After getting married, the pair moved into Highgrove House and just a few months later, on November 5th 1981, Diana’s pregnancy was announced. Just weeks later in January 1982, Diana fell down a staircase at Sandringham, suffering bruising around her stomach, but the foetus was uninjured. Diana is said to have confessed years later that she had intentionally thrown herself down the stairs, despite being pregnant. She said she did it because she felt “inadequate” and Prince Charles was very dismissing of the accident, going riding after the accident, whereas The Queen was upset and very supportive at the time.
The following month in February 1982, the paparazzi were relentlessly following Charles and Diana. The pair were holidaying in the Bahama’s when pictures of the pregnant princess in a bikini were published in the media. The Queen described this as “the blackest day in the history of British journalism”.
Becoming a Mum and Diana’s advocacy…
According to Diana: Her True Story In Her Own Words, the scheduling around Prince Williams birth had to work around Prince Charles’ pony polo games. Diana said “we had found a date where Charles could get off his polo pony for me to give birth. That was very nice, felt very grateful about that!”
On June 21st 1982, Diana gave birth to the next heir to the throne, Prince William at the Lindo Wing at St Mary’s Hospital. Diana broke royal tradition by giving birth in a hospital as royal births traditionally take place at home. Now, the majority of royal births take place in a hospital, following Diana’s lead. In Diana’s biography, the first thing the Queen said when she saw Prince William was “thank goodness he hasn’t got ears like his father.”
After the birth of her first son, Diana suffered from postpartum depression alongside an ongoing battle with Bulimia. Diana and Charles took Prince William on their first major tours of Australia and New Zealand despite him being a baby. Although they received media criticism, the decision was later applauded. These tours were a huge success as immense crowds gathered to see the couple. The press began to focus more on Diana than Charles in this time, coining the term ‘Dianamania’ as a reference to the people’s obsession with her.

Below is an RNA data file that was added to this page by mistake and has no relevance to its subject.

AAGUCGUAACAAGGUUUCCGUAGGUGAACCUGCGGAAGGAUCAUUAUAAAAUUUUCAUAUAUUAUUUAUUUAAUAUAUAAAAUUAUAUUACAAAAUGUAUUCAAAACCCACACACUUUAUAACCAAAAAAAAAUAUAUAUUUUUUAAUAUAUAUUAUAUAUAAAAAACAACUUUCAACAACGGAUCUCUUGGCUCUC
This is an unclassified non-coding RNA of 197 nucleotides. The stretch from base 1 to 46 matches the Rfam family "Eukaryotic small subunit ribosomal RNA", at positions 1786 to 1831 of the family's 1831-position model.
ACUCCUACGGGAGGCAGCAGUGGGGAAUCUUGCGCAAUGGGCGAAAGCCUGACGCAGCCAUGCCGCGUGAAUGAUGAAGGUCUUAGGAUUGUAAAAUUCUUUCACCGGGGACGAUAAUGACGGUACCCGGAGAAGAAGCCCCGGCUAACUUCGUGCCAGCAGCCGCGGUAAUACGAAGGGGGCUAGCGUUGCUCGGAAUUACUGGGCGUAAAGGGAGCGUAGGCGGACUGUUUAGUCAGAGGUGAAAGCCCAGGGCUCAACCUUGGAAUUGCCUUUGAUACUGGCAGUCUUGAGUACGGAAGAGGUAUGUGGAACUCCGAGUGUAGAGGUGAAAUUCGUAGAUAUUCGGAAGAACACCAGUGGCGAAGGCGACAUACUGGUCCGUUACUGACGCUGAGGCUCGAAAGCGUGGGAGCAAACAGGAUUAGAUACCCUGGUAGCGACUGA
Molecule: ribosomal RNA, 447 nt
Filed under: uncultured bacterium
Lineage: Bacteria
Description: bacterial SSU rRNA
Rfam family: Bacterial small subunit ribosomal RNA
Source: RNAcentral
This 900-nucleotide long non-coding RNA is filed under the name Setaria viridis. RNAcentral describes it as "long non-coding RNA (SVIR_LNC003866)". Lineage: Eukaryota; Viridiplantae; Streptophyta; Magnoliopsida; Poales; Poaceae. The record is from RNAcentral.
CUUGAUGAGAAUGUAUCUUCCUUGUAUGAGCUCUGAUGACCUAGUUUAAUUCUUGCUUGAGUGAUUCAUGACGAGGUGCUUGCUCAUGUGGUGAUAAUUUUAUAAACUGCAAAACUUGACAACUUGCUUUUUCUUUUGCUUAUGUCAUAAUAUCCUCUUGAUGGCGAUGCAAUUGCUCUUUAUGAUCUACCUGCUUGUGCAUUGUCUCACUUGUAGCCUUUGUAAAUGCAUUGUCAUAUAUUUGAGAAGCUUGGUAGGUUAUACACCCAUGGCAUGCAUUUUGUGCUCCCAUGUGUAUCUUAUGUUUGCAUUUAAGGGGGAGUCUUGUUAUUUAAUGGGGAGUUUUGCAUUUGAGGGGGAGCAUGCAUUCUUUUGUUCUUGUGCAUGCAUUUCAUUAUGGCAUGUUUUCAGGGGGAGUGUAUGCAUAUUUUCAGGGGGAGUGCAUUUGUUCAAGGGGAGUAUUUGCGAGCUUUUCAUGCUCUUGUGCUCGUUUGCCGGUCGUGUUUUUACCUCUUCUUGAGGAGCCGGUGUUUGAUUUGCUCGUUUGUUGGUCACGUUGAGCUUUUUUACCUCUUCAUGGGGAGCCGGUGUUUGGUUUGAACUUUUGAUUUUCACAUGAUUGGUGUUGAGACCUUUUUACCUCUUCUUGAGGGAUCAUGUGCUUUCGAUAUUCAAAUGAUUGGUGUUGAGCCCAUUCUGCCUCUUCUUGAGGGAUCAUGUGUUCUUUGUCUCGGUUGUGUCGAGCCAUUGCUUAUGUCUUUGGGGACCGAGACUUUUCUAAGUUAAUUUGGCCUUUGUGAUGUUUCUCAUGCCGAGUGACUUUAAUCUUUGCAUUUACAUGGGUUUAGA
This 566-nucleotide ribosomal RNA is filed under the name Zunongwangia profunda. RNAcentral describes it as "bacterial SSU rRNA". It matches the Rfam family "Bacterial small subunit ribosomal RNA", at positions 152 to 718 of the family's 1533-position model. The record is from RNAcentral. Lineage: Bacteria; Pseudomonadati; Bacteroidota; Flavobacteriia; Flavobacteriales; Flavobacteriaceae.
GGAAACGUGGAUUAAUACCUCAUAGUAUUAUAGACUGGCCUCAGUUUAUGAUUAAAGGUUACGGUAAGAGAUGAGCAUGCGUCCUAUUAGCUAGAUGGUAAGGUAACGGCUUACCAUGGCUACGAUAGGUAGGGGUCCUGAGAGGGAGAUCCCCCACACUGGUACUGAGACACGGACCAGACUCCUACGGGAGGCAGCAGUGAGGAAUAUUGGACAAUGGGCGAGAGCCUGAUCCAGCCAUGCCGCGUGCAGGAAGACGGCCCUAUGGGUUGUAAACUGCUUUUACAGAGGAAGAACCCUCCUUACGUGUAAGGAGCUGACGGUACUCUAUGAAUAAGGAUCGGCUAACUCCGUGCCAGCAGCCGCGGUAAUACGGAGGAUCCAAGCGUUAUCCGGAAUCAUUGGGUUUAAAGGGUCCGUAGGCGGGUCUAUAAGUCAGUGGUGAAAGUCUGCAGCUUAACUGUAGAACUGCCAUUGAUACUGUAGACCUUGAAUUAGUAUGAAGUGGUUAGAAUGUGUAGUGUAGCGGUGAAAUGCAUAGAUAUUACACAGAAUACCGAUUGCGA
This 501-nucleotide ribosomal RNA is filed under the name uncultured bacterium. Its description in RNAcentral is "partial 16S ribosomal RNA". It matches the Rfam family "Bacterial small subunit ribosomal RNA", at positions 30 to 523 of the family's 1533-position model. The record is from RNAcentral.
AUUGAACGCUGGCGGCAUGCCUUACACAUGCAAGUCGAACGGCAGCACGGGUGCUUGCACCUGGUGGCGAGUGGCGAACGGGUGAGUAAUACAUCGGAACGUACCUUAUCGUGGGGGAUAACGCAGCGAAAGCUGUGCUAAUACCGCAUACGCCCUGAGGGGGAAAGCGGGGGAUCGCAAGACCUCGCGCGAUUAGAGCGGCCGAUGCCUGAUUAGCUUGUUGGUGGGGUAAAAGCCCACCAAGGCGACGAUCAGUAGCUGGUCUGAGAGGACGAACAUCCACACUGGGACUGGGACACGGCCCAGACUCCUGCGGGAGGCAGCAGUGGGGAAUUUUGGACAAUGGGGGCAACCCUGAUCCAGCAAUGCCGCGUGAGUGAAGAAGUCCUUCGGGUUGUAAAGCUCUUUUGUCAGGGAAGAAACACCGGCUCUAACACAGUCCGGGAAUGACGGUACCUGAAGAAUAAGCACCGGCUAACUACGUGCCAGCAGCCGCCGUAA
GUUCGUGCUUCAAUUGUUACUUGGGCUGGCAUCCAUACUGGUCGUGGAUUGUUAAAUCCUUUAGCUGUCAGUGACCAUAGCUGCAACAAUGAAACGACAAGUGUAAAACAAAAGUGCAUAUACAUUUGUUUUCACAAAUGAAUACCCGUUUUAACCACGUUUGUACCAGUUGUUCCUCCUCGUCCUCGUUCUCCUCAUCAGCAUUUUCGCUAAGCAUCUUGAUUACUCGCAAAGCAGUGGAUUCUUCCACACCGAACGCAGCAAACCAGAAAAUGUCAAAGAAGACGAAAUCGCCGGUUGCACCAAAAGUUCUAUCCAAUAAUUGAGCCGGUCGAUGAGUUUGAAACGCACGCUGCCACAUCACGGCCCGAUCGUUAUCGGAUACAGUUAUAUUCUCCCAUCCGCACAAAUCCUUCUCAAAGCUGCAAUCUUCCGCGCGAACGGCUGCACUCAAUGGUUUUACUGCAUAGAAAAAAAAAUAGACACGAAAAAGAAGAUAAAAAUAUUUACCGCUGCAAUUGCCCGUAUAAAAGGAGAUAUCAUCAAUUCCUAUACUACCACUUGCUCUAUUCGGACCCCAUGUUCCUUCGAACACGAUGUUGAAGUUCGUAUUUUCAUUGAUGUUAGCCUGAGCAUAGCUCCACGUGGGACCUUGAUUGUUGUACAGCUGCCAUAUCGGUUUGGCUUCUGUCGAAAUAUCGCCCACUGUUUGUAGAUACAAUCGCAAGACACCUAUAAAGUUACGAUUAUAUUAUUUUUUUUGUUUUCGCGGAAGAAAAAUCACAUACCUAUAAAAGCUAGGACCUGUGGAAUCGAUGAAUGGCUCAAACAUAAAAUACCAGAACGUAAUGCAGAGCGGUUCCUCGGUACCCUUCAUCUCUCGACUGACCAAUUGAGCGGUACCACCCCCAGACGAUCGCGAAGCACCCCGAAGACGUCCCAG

It was also in this year when she confided to the Premier of Newfoundland, Brian Peckword saying “I am finding it very difficult to cope with the pressures of being Princess of Wales, but I am learning to cope with it.” The Dianamania as well as her ongoing charity work and public appearances was a lot for the new Mum to handle. In the 80s, Diana developed a huge passion for helping people who are suffering from serious illnesses such as AIDS and Leprosy. This is a huge part of her legacy with Stephen Lee, director of UK Institute of Charity Managers claiming “her overall effect on charity is probably more significant than any other person’s in the 20th century.”
After admitting her own struggles, Diana became an advocate for mental health and social issues, with organisations such as Relate and Turning Point. Relate was relaunched to become National Marriage Guidance Council. Turning Point is a charity to support those affected by drug and alcohol misuse and mental health problems.
Princess Diana gave birth to her second son, Prince Harry, two years later on September 15th 1984. Harry was born a week early and Princess Diana is said to have read a book for the first six hours of her nine-hour labour, whilst her husband Charles napped in a chair next to her. Diana had claimed that throughout her pregnancy with Harry, the couple were at their closest, but despite Diana knowing the gender, she didn’t tell anyone else, including Charles.
During the boys’ upbringing, Diana played a huge part, making theirs very different from the usual for royal children, famously, Diana would take the boys to theme parks etc, making their upbringing as close to ‘normal’ as possible. Diana dismissed a royal nanny, choosing her own instead, and would take the boys to school as regularly as she could. This was extremely hands-on for the royals back in the 1900s.
In 1985, the couple returned to Australia and again, it was extremely well received. The public referred to Diana as “Di-amond Princess” and the “Jewel in the Crown”. In the late 80s, the princess did many more tours, with a particular tour of Harlem Hospital Centre making a profound impact on the public as Diana spontaneously hugged a seven-year-old child with AIDS. This was a taboo at the time, and Diana spent many years working with AIDS foundations and charities.
Diana began her work with patients who had AIDS in the 1980s and famously was not averse to making physical contact with the patients, being the first royal figure to do so. She famously hugged, held hands and shook the hands of the patients to de-stigmatise the condition. Although it was said the Queen didn’t approve of this, Diana explained, “HIV does not make people dangerous to know. You can shake their hands and give them a hug. Heaven knows they need it. What’s more, you can share their homes, their workplaces, and their playgrounds and toys.”
Diana also became a patron of the HALO Trust in this time, which is an organisation that removes debris in landmines, left behind by war. Although many accused her of being politically vocal doing this, describing her as a ‘loose cannon’, HALO states that Diana’s efforts raised international awareness about landmines and the subsequent sufferings caused by them.
In 1987, Diana was awarded the Honorary Freedom of the City of London in recognition of her lifetime achievement, aged just 26. This is the highest honour in the power of the City of London to bestow on anyone.